Lethal Injections

P1040474On Saturday, I awoke to find my old black lab Macey in a bad way.  Pat and I knew this day was coming; we just hoped there would be a clear sign.  Now there was.  It was time to help Macey “crossover” to greener pastures, where she could once again roam free . . . to rummage through trash cans, one of her favorite activities.   At least that was the image I chose to hold onto to get me through the next few hours.

The employees at the vet hospital were very accommodating.  I arrived unexpectedly a couple of hours before they closed for the weekend.  “Don’t worry.  We can work her in.”

Macey was in the back of our Honda Element.  It had been a struggle to get her there.  Macey had lost the use of her back legs, but I had managed to pull/drag her out of the house and lift her to the very spot where she now rested.  (Pat was out of town.)

Now, I had help.  The aide and I struggled to get Macey onto a stretcher and strap her down so she wouldn’t fall off.  Then she was carried off to the back of the hospital to be “triaged.”  I was not allowed to be with her.  Instead, I was shuttled into an exam room, to wait . . . alone.

I tried to call Pat on my cell but could not reach him.  So, I just waited.  Thankfully, it wasn’t long before the door opened.  Two women entered with Macey on the stretcher.  She seemed to float in, on a magic carpet, partly covered with a comfy quilt.

I was thrilled to see Macey looking like her old self, even as she confusedly looked around the room.  I noticed a port taped to her front leg.  The aides sat the stretcher on the floor and left us alone to visit until the doctor was available.  Macey was never much into being touched, except in certain spots.  So I massaged those places, as I reassured her that all would be ok.  “I am ready,” she seemed to say.

Macey was over 14 years old, old for a lab.  We adopted her six years ago as a companion dog to our blind dog, Whitey.  Macey’s health had been declining for a while.  She had lung cancer, though a nerve disorder is what had brought her down.  Macey had rallied for the holidays, though, and that meant a lot to the family.

The vet entered the room, gently interrupting our visit.  She made a point to assure me that I was doing the right thing.   “It is best for Macey and that is what matters most,” she said.  I felt ready.

“Have you gone through this before,” the vet asked.  I nodded.  I couldn’t help think about it, in the same hospital, with Whitey.  “Okay, I have a syringe in my pocket,” the vet said as she reached toward her lab coat pocket.   “She will just go to sleep.”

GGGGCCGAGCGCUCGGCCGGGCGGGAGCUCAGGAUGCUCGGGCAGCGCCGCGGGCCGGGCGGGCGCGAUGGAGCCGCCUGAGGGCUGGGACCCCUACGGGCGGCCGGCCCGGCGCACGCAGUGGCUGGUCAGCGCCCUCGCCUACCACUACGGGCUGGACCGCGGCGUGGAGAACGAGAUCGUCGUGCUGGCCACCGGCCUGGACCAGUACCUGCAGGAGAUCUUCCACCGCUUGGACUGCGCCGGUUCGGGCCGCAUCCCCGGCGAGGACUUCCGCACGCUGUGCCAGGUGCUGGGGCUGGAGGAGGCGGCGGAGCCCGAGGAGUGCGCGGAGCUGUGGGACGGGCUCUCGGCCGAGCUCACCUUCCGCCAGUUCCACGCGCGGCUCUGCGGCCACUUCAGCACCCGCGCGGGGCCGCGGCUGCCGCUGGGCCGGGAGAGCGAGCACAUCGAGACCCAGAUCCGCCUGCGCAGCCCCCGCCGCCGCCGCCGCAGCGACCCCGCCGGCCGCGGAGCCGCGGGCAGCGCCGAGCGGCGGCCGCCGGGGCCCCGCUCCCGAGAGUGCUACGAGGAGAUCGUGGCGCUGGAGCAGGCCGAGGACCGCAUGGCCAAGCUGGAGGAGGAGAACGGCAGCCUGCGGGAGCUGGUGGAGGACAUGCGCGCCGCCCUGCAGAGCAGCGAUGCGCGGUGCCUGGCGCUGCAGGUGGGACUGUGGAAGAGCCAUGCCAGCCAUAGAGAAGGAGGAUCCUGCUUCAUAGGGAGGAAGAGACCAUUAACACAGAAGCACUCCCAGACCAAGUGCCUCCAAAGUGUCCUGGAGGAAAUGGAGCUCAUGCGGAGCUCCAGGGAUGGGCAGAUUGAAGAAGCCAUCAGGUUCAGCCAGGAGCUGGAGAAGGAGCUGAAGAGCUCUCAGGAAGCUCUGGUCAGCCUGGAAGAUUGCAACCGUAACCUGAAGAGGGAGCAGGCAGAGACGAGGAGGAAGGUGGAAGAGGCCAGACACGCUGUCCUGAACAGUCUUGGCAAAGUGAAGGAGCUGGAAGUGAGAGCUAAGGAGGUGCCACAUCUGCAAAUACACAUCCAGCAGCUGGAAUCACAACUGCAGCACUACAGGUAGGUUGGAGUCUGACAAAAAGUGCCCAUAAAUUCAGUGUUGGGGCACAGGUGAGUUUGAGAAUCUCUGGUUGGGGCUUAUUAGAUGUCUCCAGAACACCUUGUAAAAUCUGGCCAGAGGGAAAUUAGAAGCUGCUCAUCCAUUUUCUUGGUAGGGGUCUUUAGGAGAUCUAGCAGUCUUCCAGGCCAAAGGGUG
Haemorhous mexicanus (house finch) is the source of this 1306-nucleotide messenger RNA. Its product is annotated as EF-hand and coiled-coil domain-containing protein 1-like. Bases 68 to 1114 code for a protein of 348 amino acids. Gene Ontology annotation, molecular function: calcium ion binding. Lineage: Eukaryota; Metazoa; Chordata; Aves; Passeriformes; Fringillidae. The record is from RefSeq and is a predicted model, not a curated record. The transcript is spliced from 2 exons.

WHOA . . . .  Not so fast.  “I don’t want to be here for that,” I blurted out.  “Sorry, I wasn’t sure,” she replied.  I was flooded with mixed emotions.  I knew I couldn’t stay, but I feared I sounded uncaring.  I looked to the doctor for direction, and she came through.  “I will leave the room.  You can say your goodbyes to Macey and then just leave.  I will take care of the rest.”   She then hugged me and left Macey and me alone.  I took a deep breath.

“Bye girl,” I said as I rubbed Macey in her special spots.  “You have been a great dog.  Everything is going to be fine.”  Tears were running down my face.  Not wanting other dog owners to see my upset, I raced through the waiting room and left alone in our Honda Element.

Perhaps it is common for pet parents to not stay with their animals being put down.  I don’t know, but I was angry that I could not.

I am a capital defense attorney and have witnessed the execution of four clients.

Zane, Willie, Steve and Timmy were all strapped down to a stretcher with a baby blue blanket pulled to their chins.  I never saw the tubes that I knew were inserted into their skin.  Separated by a thick window, I kept my eyes on each of their faces, trying to provide whatever comfort I could.  I sat there staring at Zane, Willie, Steve and Timmy, mouthing words of comfort and smiling.  All the while knowing that they were being poisoned to death — or as some like to think of it, being “put him to sleep.”

Yet I could not be there for my dog.  Witnessing those executions has left me vulnerable to traumatic stress reactions.  My first time was stepping up to have my own blood drawn, months after Zane’s execution.  The discomfort is less about the images and more about the flood of emotions:  the paralysis, the helplessness.  It is a state of mind one avoids if possible.  And on Saturday, I did.

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Beaverdam Loop Road

The most stressful part of investigating a death penalty case for a defense attorney is talking with the family members of the murder victim.  Needless to say, many survivors of murder are not expecting to be contacted by the killer’s attorney – especially years after the trial — and many are not happy when they are contacted.   But when the family members of the victim are also the family members of your client, you have no choice.  If you want to be a diligent and effective advocate, you have to reach out to your client’s family.